The Mer­chants of Oran: A Jew­ish Port at the Dawn of Empire

Joshua Schreier
  • From the Publisher
January 2, 2018

The Mer­chants of Oran weaves togeth­er the his­to­ry of a Mediter­ranean port city with the lives of Oran’s Jew­ish mer­can­tile elite dur­ing the tran­si­tion to French colo­nial rule. Through the life of Jacob Las­ry and oth­er influ­en­tial Jew­ish mer­chants, Joshua Schreier tells the sto­ry of how this diverse and fierce­ly divid­ed group both respond­ed to, and in turn influ­enced, French colo­nial­ism in Algeria.

Jacob Las­ry and his cohort estab­lished them­selves in Oran in the decades after the Regency of Algiers dis­lodged the Span­ish in 1792, dur­ing a peri­od of rel­a­tive tol­er­ance and eco­nom­ic pros­per­i­ty. In new­ly-Mus­lim Oran, Jew­ish mer­chants found oppor­tu­ni­ties to ply their trades, deal­ing in both imports and exports. On the eve of France’s long and bru­tal inva­sion of Alge­ria, Oran owed much of its com­mer­cial vital­i­ty to the suc­cess of these Jew­ish merchants.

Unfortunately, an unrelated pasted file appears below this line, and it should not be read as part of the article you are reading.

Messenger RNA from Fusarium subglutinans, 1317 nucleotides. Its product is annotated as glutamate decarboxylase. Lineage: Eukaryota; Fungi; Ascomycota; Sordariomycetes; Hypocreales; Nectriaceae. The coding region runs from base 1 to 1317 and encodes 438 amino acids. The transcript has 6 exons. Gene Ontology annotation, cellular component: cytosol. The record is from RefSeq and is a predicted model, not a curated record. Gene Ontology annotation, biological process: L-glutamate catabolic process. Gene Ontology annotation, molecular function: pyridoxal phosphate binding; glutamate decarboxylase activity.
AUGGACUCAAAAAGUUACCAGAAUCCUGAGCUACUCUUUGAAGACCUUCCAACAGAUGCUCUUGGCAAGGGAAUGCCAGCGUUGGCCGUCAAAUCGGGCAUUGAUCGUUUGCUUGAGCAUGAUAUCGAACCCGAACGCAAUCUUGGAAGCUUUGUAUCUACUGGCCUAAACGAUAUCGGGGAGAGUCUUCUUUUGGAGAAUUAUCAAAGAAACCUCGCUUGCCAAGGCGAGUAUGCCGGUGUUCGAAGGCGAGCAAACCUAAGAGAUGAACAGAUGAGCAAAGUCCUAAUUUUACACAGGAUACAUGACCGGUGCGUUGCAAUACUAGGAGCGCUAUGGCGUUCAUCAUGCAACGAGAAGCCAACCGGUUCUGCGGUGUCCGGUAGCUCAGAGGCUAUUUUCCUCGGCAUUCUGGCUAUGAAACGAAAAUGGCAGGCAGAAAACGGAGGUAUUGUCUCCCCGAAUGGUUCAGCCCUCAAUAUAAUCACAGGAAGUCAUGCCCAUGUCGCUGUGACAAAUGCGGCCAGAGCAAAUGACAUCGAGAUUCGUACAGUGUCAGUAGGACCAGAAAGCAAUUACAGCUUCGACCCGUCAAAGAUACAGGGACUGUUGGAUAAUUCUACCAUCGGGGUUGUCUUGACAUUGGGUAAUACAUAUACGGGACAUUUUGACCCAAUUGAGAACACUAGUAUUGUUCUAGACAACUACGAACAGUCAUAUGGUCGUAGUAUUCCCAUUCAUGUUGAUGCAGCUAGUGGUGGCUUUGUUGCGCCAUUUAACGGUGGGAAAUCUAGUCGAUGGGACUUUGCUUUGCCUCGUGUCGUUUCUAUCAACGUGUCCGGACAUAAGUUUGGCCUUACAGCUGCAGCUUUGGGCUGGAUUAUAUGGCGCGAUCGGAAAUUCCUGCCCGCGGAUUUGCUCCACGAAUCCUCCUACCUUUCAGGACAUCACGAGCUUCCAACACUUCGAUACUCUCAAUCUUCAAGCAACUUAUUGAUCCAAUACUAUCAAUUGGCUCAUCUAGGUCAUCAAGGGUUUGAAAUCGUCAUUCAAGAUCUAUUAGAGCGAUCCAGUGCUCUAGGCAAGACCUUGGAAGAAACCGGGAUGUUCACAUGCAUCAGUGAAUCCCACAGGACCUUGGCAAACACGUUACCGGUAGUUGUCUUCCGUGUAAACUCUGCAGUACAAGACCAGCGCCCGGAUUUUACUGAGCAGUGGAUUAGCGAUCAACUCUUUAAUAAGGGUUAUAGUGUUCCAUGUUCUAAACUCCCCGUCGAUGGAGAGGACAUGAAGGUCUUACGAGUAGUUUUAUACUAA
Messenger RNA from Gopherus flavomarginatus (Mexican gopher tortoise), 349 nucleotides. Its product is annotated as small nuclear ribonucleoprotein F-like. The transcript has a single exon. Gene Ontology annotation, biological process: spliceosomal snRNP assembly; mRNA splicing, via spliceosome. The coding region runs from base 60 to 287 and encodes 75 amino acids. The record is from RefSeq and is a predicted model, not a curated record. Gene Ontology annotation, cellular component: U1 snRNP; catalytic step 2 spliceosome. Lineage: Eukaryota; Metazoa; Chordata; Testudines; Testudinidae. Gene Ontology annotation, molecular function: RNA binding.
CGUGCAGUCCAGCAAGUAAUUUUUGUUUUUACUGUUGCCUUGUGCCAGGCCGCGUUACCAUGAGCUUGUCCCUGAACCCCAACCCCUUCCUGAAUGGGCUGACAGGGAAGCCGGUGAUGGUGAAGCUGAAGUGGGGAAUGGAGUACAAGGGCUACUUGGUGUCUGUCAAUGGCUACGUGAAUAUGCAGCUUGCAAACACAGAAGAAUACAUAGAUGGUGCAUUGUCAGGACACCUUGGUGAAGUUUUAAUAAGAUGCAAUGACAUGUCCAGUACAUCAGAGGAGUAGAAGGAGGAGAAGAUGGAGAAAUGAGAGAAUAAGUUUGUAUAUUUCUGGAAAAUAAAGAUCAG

Under French occu­pa­tion, the mer­chants of Oran main­tained their com­mer­cial, polit­i­cal, and social clout. Yet by the 1840s, French poli­cies began col­laps­ing Oran’s diverse Jew­ish inhab­i­tants into a sin­gle social cat­e­go­ry, legal­ly sep­a­rat­ing Jews from their Mus­lim neigh­bors and cre­at­ing a racial hier­ar­chy. Schreier argues that France’s exclu­sion­ary pol­i­cy of eman­ci­pa­tion,” far more than old­er antipathies, plant­ed the seeds of twen­ti­eth-cen­tu­ry rup­tures between Mus­lims and Jews.

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